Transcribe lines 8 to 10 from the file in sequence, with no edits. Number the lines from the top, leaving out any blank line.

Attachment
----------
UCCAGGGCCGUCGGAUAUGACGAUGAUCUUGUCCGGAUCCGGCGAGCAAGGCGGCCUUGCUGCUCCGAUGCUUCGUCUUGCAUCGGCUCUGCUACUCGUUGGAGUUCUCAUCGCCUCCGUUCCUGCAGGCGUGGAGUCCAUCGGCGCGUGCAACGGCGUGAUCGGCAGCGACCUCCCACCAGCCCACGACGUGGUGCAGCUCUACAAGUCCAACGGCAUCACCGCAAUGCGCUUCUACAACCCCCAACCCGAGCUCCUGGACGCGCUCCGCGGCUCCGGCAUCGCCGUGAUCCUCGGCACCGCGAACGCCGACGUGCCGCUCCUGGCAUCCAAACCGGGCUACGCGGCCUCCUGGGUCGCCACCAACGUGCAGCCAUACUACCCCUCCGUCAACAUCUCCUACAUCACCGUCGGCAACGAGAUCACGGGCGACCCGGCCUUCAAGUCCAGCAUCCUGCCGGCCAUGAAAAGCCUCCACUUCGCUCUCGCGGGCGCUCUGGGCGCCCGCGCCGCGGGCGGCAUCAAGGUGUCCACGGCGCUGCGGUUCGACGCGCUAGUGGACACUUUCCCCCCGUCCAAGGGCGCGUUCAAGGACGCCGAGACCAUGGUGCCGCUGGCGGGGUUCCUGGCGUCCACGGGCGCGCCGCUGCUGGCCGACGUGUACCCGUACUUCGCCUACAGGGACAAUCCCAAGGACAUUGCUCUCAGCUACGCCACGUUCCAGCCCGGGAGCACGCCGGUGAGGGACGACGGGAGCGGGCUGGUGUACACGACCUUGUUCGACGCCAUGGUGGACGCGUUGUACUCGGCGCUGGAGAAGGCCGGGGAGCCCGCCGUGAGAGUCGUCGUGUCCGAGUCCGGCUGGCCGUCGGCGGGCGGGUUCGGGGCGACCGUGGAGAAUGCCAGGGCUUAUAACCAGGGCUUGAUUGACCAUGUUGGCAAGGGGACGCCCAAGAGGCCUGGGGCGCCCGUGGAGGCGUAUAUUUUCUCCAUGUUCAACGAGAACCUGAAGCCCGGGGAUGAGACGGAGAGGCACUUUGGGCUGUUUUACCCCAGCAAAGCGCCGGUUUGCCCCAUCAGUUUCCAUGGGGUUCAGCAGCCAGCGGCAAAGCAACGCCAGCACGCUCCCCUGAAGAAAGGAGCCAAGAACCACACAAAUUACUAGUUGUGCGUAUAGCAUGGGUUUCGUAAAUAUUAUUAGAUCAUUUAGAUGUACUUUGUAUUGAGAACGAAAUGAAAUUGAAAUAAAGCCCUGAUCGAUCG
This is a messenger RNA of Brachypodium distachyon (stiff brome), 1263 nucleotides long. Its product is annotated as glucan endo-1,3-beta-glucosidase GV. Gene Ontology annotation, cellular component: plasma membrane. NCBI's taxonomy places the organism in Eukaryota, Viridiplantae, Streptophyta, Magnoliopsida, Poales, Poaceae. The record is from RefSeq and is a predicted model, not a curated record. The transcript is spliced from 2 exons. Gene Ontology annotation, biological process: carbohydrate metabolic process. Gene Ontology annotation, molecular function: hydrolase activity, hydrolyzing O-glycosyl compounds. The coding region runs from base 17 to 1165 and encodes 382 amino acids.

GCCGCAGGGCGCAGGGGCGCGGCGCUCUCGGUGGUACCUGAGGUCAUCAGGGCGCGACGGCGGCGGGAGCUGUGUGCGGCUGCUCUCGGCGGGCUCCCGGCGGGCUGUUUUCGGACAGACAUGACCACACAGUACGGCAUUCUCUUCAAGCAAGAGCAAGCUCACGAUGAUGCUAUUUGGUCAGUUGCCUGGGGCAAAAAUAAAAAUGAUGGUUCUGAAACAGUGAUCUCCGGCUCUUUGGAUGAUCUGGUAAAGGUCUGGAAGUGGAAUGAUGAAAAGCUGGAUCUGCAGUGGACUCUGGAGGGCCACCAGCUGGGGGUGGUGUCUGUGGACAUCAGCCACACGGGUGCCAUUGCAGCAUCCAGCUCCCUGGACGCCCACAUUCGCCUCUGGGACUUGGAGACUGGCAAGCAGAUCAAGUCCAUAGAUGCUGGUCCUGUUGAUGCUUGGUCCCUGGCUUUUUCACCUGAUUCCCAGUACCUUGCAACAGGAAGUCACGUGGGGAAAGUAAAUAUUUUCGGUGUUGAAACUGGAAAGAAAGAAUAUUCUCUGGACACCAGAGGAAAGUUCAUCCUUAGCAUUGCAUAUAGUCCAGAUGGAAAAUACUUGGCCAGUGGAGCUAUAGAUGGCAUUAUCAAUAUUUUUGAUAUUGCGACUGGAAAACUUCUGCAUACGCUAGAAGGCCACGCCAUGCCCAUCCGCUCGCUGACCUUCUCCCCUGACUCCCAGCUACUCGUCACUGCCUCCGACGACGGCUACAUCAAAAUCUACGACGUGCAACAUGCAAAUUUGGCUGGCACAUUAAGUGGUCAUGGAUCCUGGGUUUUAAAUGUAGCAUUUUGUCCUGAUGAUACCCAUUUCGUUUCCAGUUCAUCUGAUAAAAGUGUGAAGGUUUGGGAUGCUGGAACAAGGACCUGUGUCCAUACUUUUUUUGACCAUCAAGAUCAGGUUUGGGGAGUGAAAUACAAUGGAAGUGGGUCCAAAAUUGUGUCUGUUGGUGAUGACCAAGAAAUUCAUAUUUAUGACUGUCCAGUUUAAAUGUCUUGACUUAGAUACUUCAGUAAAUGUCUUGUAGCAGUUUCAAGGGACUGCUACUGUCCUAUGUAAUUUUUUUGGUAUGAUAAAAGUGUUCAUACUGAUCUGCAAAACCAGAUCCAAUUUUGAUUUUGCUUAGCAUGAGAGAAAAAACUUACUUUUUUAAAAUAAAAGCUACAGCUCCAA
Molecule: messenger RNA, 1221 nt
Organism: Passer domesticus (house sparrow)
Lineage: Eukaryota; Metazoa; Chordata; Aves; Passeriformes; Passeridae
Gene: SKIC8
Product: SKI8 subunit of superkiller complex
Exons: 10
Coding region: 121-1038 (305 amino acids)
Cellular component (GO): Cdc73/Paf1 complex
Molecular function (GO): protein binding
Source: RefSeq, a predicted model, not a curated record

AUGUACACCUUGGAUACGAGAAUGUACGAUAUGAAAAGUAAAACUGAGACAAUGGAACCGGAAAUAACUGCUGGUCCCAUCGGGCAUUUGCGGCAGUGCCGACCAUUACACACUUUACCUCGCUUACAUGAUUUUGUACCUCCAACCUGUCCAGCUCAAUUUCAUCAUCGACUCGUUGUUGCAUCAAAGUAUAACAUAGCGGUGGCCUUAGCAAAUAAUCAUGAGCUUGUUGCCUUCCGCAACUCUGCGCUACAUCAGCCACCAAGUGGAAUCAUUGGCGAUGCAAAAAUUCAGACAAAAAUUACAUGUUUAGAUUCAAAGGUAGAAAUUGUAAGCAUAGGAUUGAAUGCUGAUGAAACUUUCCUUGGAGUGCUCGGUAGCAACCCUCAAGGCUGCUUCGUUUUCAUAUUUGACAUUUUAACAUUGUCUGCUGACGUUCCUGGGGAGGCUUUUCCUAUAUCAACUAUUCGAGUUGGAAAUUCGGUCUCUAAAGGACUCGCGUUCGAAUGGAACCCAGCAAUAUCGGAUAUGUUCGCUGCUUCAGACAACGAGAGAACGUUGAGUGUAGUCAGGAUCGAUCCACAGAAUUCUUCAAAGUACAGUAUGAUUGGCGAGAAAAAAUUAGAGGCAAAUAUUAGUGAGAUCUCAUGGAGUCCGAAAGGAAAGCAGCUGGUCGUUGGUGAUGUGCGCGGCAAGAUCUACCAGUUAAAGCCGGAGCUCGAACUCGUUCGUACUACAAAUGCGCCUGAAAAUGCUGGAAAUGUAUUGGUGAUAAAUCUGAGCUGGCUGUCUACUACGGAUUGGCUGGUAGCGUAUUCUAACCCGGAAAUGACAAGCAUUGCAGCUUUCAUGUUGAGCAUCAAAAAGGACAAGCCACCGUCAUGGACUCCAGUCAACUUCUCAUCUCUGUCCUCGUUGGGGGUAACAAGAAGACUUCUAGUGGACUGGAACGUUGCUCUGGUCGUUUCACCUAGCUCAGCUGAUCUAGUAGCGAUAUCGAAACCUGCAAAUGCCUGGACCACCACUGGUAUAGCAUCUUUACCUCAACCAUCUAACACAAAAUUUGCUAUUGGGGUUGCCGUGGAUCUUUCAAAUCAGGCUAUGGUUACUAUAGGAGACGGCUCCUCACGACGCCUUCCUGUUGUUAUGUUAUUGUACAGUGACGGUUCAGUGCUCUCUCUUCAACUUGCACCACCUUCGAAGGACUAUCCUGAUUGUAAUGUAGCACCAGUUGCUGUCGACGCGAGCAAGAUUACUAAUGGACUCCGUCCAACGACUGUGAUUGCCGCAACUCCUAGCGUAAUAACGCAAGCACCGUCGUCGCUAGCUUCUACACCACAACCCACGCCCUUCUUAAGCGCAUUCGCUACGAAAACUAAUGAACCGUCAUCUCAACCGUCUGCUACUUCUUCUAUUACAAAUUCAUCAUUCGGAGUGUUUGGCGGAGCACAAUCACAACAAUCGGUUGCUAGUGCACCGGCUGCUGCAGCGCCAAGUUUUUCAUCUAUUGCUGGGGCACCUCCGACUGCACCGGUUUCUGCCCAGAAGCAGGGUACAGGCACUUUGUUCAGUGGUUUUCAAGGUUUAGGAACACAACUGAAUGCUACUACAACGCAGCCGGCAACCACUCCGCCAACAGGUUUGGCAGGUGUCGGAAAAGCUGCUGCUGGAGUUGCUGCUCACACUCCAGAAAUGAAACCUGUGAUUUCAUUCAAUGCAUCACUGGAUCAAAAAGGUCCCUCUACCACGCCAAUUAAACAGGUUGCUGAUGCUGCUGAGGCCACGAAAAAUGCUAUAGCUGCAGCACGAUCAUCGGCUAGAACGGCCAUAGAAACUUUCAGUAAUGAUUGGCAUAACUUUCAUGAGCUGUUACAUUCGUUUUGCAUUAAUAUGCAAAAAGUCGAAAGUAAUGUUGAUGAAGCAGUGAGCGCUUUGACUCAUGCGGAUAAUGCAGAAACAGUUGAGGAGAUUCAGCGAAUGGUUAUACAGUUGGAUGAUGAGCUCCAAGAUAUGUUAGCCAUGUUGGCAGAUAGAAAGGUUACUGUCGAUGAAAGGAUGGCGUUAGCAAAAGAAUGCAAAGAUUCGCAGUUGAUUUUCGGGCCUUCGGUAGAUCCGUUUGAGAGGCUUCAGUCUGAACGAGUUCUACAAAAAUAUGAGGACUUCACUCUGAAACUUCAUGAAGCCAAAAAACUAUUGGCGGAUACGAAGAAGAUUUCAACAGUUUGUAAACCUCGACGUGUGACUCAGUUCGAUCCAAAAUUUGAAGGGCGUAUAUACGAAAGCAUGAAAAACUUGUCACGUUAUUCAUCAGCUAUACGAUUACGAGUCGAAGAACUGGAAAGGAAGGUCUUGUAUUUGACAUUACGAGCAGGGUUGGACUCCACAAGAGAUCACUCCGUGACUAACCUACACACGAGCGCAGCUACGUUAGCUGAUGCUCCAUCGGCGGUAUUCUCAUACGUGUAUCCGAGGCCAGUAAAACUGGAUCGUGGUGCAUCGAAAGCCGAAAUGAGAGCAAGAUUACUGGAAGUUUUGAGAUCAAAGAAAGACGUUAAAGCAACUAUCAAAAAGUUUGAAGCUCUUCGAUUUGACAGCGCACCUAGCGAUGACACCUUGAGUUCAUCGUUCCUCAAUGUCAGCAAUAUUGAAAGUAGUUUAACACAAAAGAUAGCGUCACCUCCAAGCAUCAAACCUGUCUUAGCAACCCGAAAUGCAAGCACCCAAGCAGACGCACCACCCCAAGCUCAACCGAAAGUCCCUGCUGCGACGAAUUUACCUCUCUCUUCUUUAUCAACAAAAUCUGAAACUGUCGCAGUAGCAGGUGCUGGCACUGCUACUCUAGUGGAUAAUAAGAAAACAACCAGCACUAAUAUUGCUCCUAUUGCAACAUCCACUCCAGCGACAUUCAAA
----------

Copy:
Product: SKI8 subunit of superkiller complex
Exons: 10
Coding region: 121-1038 (305 amino acids)